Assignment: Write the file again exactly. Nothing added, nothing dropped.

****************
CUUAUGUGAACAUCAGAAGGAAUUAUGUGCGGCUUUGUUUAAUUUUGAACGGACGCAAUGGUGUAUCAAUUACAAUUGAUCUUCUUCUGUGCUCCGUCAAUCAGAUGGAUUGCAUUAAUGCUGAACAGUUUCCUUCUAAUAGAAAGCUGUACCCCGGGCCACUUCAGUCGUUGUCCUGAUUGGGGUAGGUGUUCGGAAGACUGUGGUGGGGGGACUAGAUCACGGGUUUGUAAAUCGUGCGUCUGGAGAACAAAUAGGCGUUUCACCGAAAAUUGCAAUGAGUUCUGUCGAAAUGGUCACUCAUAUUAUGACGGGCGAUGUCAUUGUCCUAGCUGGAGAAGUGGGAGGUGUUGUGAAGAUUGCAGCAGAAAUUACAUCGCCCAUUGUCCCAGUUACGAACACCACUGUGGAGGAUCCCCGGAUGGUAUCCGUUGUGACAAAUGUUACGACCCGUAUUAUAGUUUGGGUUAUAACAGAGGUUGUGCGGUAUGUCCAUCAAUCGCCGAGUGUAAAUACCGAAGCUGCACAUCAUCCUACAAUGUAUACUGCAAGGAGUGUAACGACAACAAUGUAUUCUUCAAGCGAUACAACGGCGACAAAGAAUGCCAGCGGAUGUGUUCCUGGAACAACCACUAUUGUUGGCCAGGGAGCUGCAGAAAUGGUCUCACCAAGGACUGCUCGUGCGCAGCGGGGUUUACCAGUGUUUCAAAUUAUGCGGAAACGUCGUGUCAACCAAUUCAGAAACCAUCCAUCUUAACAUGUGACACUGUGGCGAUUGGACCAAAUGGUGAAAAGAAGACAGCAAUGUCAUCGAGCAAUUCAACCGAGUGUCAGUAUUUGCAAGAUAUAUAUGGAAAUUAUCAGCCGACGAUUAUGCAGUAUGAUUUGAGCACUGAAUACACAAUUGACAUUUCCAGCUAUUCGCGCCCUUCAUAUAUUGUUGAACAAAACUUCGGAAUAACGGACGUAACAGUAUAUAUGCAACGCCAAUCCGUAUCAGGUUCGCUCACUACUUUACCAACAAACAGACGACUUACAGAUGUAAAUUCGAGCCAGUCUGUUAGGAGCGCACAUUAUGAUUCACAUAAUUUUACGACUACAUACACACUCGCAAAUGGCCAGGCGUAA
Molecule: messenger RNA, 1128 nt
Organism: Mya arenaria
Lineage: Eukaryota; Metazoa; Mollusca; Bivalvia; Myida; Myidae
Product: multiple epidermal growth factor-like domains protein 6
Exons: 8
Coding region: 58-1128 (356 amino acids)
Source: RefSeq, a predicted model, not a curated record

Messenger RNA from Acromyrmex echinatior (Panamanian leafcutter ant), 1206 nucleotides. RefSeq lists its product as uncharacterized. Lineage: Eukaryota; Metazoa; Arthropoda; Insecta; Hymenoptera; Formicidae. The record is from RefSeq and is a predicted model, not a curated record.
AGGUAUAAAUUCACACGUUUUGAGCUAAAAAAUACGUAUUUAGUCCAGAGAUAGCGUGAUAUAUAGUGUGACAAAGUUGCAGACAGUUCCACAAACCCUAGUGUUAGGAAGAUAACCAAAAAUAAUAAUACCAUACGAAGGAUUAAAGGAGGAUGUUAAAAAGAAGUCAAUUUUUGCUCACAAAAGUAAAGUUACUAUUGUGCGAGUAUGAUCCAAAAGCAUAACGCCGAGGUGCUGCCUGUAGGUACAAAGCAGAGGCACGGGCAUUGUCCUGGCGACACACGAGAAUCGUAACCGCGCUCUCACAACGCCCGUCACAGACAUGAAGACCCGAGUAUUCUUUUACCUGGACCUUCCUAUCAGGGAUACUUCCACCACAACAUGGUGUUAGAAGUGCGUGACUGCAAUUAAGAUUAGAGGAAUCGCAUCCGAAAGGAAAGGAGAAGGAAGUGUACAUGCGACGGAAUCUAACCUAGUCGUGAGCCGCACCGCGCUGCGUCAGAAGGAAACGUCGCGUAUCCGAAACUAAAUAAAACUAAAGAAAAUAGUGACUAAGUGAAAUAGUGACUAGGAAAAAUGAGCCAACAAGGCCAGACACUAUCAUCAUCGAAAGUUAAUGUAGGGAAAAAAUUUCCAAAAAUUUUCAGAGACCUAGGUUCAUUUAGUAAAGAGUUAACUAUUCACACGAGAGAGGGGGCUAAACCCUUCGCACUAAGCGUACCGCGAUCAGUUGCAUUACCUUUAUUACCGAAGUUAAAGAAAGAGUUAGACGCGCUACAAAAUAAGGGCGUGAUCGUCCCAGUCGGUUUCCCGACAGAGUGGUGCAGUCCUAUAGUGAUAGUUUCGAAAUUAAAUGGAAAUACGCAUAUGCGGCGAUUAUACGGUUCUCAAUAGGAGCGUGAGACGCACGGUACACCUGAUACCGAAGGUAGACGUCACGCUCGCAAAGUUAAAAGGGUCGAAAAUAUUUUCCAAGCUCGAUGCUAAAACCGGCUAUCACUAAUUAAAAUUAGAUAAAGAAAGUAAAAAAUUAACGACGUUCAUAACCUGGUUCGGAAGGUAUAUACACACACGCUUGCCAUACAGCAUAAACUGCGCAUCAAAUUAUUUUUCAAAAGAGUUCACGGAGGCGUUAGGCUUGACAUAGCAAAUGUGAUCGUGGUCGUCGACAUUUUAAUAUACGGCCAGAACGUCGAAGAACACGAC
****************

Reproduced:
CUUAUGUGAACAUCAGAAGGAAUUAUGUGCGGCUUUGUUUAAUUUUGAACGGACGCAAUGGUGUAUCAAUUACAAUUGAUCUUCUUCUGUGCUCCGUCAAUCAGAUGGAUUGCAUUAAUGCUGAACAGUUUCCUUCUAAUAGAAAGCUGUACCCCGGGCCACUUCAGUCGUUGUCCUGAUUGGGGUAGGUGUUCGGAAGACUGUGGUGGGGGGACUAGAUCACGGGUUUGUAAAUCGUGCGUCUGGAGAACAAAUAGGCGUUUCACCGAAAAUUGCAAUGAGUUCUGUCGAAAUGGUCACUCAUAUUAUGACGGGCGAUGUCAUUGUCCUAGCUGGAGAAGUGGGAGGUGUUGUGAAGAUUGCAGCAGAAAUUACAUCGCCCAUUGUCCCAGUUACGAACACCACUGUGGAGGAUCCCCGGAUGGUAUCCGUUGUGACAAAUGUUACGACCCGUAUUAUAGUUUGGGUUAUAACAGAGGUUGUGCGGUAUGUCCAUCAAUCGCCGAGUGUAAAUACCGAAGCUGCACAUCAUCCUACAAUGUAUACUGCAAGGAGUGUAACGACAACAAUGUAUUCUUCAAGCGAUACAACGGCGACAAAGAAUGCCAGCGGAUGUGUUCCUGGAACAACCACUAUUGUUGGCCAGGGAGCUGCAGAAAUGGUCUCACCAAGGACUGCUCGUGCGCAGCGGGGUUUACCAGUGUUUCAAAUUAUGCGGAAACGUCGUGUCAACCAAUUCAGAAACCAUCCAUCUUAACAUGUGACACUGUGGCGAUUGGACCAAAUGGUGAAAAGAAGACAGCAAUGUCAUCGAGCAAUUCAACCGAGUGUCAGUAUUUGCAAGAUAUAUAUGGAAAUUAUCAGCCGACGAUUAUGCAGUAUGAUUUGAGCACUGAAUACACAAUUGACAUUUCCAGCUAUUCGCGCCCUUCAUAUAUUGUUGAACAAAACUUCGGAAUAACGGACGUAACAGUAUAUAUGCAACGCCAAUCCGUAUCAGGUUCGCUCACUACUUUACCAACAAACAGACGACUUACAGAUGUAAAUUCGAGCCAGUCUGUUAGGAGCGCACAUUAUGAUUCACAUAAUUUUACGACUACAUACACACUCGCAAAUGGCCAGGCGUAA
Molecule: messenger RNA, 1128 nt
Organism: Mya arenaria
Lineage: Eukaryota; Metazoa; Mollusca; Bivalvia; Myida; Myidae
Product: multiple epidermal growth factor-like domains protein 6
Exons: 8
Coding region: 58-1128 (356 amino acids)
Source: RefSeq, a predicted model, not a curated record

Messenger RNA from Acromyrmex echinatior (Panamanian leafcutter ant), 1206 nucleotides. RefSeq lists its product as uncharacterized. Lineage: Eukaryota; Metazoa; Arthropoda; Insecta; Hymenoptera; Formicidae. The record is from RefSeq and is a predicted model, not a curated record.
AGGUAUAAAUUCACACGUUUUGAGCUAAAAAAUACGUAUUUAGUCCAGAGAUAGCGUGAUAUAUAGUGUGACAAAGUUGCAGACAGUUCCACAAACCCUAGUGUUAGGAAGAUAACCAAAAAUAAUAAUACCAUACGAAGGAUUAAAGGAGGAUGUUAAAAAGAAGUCAAUUUUUGCUCACAAAAGUAAAGUUACUAUUGUGCGAGUAUGAUCCAAAAGCAUAACGCCGAGGUGCUGCCUGUAGGUACAAAGCAGAGGCACGGGCAUUGUCCUGGCGACACACGAGAAUCGUAACCGCGCUCUCACAACGCCCGUCACAGACAUGAAGACCCGAGUAUUCUUUUACCUGGACCUUCCUAUCAGGGAUACUUCCACCACAACAUGGUGUUAGAAGUGCGUGACUGCAAUUAAGAUUAGAGGAAUCGCAUCCGAAAGGAAAGGAGAAGGAAGUGUACAUGCGACGGAAUCUAACCUAGUCGUGAGCCGCACCGCGCUGCGUCAGAAGGAAACGUCGCGUAUCCGAAACUAAAUAAAACUAAAGAAAAUAGUGACUAAGUGAAAUAGUGACUAGGAAAAAUGAGCCAACAAGGCCAGACACUAUCAUCAUCGAAAGUUAAUGUAGGGAAAAAAUUUCCAAAAAUUUUCAGAGACCUAGGUUCAUUUAGUAAAGAGUUAACUAUUCACACGAGAGAGGGGGCUAAACCCUUCGCACUAAGCGUACCGCGAUCAGUUGCAUUACCUUUAUUACCGAAGUUAAAGAAAGAGUUAGACGCGCUACAAAAUAAGGGCGUGAUCGUCCCAGUCGGUUUCCCGACAGAGUGGUGCAGUCCUAUAGUGAUAGUUUCGAAAUUAAAUGGAAAUACGCAUAUGCGGCGAUUAUACGGUUCUCAAUAGGAGCGUGAGACGCACGGUACACCUGAUACCGAAGGUAGACGUCACGCUCGCAAAGUUAAAAGGGUCGAAAAUAUUUUCCAAGCUCGAUGCUAAAACCGGCUAUCACUAAUUAAAAUUAGAUAAAGAAAGUAAAAAAUUAACGACGUUCAUAACCUGGUUCGGAAGGUAUAUACACACACGCUUGCCAUACAGCAUAAACUGCGCAUCAAAUUAUUUUUCAAAAGAGUUCACGGAGGCGUUAGGCUUGACAUAGCAAAUGUGAUCGUGGUCGUCGACAUUUUAAUAUACGGCCAGAACGUCGAAGAACACGAC